everything was for a purpose. She had a really optimistic view of the world and she -- it's also -- I feel, that reading between the lines of the
journal that she had very robust mental health and she had a very good opinion of herself. She had a very healthy attitude towards who she was
and a refreshingly healthy attitude towards her homosexuality.
AMANPOUR: Helena Whitbread who is writing Lister's biography told "The Guardian" her firm belief was that as God had endowed her with her sexual
nature, it would be wrong to act against it. So, that goes to some of what you just said. I want to play another clip, though, which is about women
not being able to vote despite their station in life. This is her and Ann Walker in a group talking about this issue.
(BEGIN VIDEO CLIP)
JONES: I find myself for the first time excluded from the franchise by my sex.
UNIDENTIFIED FEMALE: What do you mean? Have you voted before?
JONES: No, of course not.
UNIDENTIFIED FEMALE: You see, I wouldn't put it past her if she had.
JONES: No, the point is, women have never been specifically denied the vote before. Now, it's written or it will be in statute, universal male
suffrage. Have 30-odd tenants who may vote but either landowner may not. Isn't that curious?
UNIDENTIFIED MALE: But surely, that's always been that way.
JONES: A male 10-pan householder down in Halifax not vote, such is progress. But I have been told very specifically and very definitely that
I may not. You may not, Ms. Walker, and how many rolling acres and tenants do you have? Exactly. So many you don't even remember. Yet, no vote.
Don't talk to me about progress. It's change that's unnecessary and entirely in the wrong direction.
(END VIDEO CLIP)
AMANPOUR: Do you think this kind of story about a strong lesbian protagonist could have been done on television any other time, and how do
you believe it will be received in the United States, I mean, in Britain as well, but especially in the United States?
WAINWRIGHT: I think -- I first tried to pitch this about 17 years ago, and I didn't get anywhere with it. And I'm quite glad I didn't get anywhere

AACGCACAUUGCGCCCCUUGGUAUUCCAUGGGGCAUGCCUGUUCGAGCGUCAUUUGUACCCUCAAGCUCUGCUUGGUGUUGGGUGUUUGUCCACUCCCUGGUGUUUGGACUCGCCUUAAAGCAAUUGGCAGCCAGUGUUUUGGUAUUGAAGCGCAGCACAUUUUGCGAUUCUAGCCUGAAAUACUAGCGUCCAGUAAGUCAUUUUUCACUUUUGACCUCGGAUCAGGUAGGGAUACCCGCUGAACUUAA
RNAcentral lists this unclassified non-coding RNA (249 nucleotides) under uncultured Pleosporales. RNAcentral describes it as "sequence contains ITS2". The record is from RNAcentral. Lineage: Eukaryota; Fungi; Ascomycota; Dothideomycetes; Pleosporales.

with it then because I think if I had got it green lit by a broadcaster it would have been quite niche, it would have been -- it certainly [13:25:00]
wouldn't have been primetime viewing, And I think -- I just think it's wonderful that times have changed so much that now this is considered
How it will do in the States, you probably know more than we do. Obviously, we hope people are going to -- I hope people will really love
and appreciate Anne Lister in the way that I think she deserves to be loved and appreciated.
JONES: I think it's a brilliant, complex character. It's a great portrait of a smart, fascinating lesbian lead, and I think it's a very life
affirming show, and I think that we can do with a bit of that.
AMANPOUR: We can do with a lot of life affirming. Suranne Jones, Sally Wainwright, thank you so much indeed for joining me.
WAINWRIGHT: Thank you.
JONES: Thank you.
AMANPOUR: And episode two of the series airs on Monday. Well, back then, defying society's expectations made you a radical. Today though, it is the
disrupters and innovators who lead. As we heard earlier from Mariana Mazzucato, for years, capitalism was seen as the ultimate equalizer. It
even helped build the American dream. But as the wealth gap widens, calls for reform grow ever louder. And some are coming from the very top.